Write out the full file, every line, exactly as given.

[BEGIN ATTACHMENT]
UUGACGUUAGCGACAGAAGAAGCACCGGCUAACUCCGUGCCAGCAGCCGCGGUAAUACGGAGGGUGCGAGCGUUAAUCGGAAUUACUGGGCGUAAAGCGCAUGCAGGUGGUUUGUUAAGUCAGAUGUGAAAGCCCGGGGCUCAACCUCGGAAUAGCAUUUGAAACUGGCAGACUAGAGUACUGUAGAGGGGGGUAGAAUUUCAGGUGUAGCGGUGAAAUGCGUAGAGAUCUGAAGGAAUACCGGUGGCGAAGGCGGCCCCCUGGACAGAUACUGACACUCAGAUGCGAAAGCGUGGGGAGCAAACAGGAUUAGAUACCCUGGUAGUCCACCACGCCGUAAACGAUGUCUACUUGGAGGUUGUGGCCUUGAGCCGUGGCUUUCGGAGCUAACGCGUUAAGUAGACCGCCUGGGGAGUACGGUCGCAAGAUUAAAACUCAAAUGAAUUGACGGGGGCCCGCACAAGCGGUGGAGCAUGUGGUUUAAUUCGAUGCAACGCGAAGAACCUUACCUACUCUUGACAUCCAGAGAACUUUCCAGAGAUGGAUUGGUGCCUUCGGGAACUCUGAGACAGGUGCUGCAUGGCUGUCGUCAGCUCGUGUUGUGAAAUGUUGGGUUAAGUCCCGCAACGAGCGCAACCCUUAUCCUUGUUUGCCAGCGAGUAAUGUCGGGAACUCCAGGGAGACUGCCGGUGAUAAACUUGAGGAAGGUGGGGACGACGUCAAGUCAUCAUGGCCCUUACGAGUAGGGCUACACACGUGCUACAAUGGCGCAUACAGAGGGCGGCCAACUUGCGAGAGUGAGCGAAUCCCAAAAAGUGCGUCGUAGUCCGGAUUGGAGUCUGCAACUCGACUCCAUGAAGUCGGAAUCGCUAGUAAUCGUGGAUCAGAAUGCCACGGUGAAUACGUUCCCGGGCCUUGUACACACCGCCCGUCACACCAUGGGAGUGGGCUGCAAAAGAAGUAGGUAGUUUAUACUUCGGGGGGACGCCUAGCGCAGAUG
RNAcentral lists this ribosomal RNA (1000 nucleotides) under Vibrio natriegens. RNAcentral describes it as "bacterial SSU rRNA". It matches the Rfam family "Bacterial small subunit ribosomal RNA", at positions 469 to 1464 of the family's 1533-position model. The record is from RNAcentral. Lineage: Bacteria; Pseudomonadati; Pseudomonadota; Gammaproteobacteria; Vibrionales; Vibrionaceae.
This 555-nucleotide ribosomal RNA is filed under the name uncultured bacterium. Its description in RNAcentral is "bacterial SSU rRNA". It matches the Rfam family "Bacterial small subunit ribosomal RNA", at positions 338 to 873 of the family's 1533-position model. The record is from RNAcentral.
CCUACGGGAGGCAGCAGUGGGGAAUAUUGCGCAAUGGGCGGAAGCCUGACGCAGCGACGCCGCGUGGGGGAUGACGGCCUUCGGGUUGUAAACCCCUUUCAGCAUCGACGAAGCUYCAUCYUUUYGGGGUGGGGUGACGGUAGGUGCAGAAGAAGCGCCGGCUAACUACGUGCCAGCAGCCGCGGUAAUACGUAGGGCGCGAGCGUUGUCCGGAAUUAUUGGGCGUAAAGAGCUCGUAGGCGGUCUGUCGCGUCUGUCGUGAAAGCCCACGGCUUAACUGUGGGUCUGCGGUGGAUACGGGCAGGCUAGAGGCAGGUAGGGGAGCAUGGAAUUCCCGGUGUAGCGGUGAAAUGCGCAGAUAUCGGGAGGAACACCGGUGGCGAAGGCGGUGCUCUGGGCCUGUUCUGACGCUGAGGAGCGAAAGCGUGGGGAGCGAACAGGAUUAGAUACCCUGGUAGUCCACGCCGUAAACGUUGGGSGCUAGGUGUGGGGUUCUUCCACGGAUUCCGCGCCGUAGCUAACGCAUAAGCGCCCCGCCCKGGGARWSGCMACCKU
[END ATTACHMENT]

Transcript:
UUGACGUUAGCGACAGAAGAAGCACCGGCUAACUCCGUGCCAGCAGCCGCGGUAAUACGGAGGGUGCGAGCGUUAAUCGGAAUUACUGGGCGUAAAGCGCAUGCAGGUGGUUUGUUAAGUCAGAUGUGAAAGCCCGGGGCUCAACCUCGGAAUAGCAUUUGAAACUGGCAGACUAGAGUACUGUAGAGGGGGGUAGAAUUUCAGGUGUAGCGGUGAAAUGCGUAGAGAUCUGAAGGAAUACCGGUGGCGAAGGCGGCCCCCUGGACAGAUACUGACACUCAGAUGCGAAAGCGUGGGGAGCAAACAGGAUUAGAUACCCUGGUAGUCCACCACGCCGUAAACGAUGUCUACUUGGAGGUUGUGGCCUUGAGCCGUGGCUUUCGGAGCUAACGCGUUAAGUAGACCGCCUGGGGAGUACGGUCGCAAGAUUAAAACUCAAAUGAAUUGACGGGGGCCCGCACAAGCGGUGGAGCAUGUGGUUUAAUUCGAUGCAACGCGAAGAACCUUACCUACUCUUGACAUCCAGAGAACUUUCCAGAGAUGGAUUGGUGCCUUCGGGAACUCUGAGACAGGUGCUGCAUGGCUGUCGUCAGCUCGUGUUGUGAAAUGUUGGGUUAAGUCCCGCAACGAGCGCAACCCUUAUCCUUGUUUGCCAGCGAGUAAUGUCGGGAACUCCAGGGAGACUGCCGGUGAUAAACUUGAGGAAGGUGGGGACGACGUCAAGUCAUCAUGGCCCUUACGAGUAGGGCUACACACGUGCUACAAUGGCGCAUACAGAGGGCGGCCAACUUGCGAGAGUGAGCGAAUCCCAAAAAGUGCGUCGUAGUCCGGAUUGGAGUCUGCAACUCGACUCCAUGAAGUCGGAAUCGCUAGUAAUCGUGGAUCAGAAUGCCACGGUGAAUACGUUCCCGGGCCUUGUACACACCGCCCGUCACACCAUGGGAGUGGGCUGCAAAAGAAGUAGGUAGUUUAUACUUCGGGGGGACGCCUAGCGCAGAUG
RNAcentral lists this ribosomal RNA (1000 nucleotides) under Vibrio natriegens. RNAcentral describes it as "bacterial SSU rRNA". It matches the Rfam family "Bacterial small subunit ribosomal RNA", at positions 469 to 1464 of the family's 1533-position model. The record is from RNAcentral. Lineage: Bacteria; Pseudomonadati; Pseudomonadota; Gammaproteobacteria; Vibrionales; Vibrionaceae.
This 555-nucleotide ribosomal RNA is filed under the name uncultured bacterium. Its description in RNAcentral is "bacterial SSU rRNA". It matches the Rfam family "Bacterial small subunit ribosomal RNA", at positions 338 to 873 of the family's 1533-position model. The record is from RNAcentral.
CCUACGGGAGGCAGCAGUGGGGAAUAUUGCGCAAUGGGCGGAAGCCUGACGCAGCGACGCCGCGUGGGGGAUGACGGCCUUCGGGUUGUAAACCCCUUUCAGCAUCGACGAAGCUYCAUCYUUUYGGGGUGGGGUGACGGUAGGUGCAGAAGAAGCGCCGGCUAACUACGUGCCAGCAGCCGCGGUAAUACGUAGGGCGCGAGCGUUGUCCGGAAUUAUUGGGCGUAAAGAGCUCGUAGGCGGUCUGUCGCGUCUGUCGUGAAAGCCCACGGCUUAACUGUGGGUCUGCGGUGGAUACGGGCAGGCUAGAGGCAGGUAGGGGAGCAUGGAAUUCCCGGUGUAGCGGUGAAAUGCGCAGAUAUCGGGAGGAACACCGGUGGCGAAGGCGGUGCUCUGGGCCUGUUCUGACGCUGAGGAGCGAAAGCGUGGGGAGCGAACAGGAUUAGAUACCCUGGUAGUCCACGCCGUAAACGUUGGGSGCUAGGUGUGGGGUUCUUCCACGGAUUCCGCGCCGUAGCUAACGCAUAAGCGCCCCGCCCKGGGARWSGCMACCKU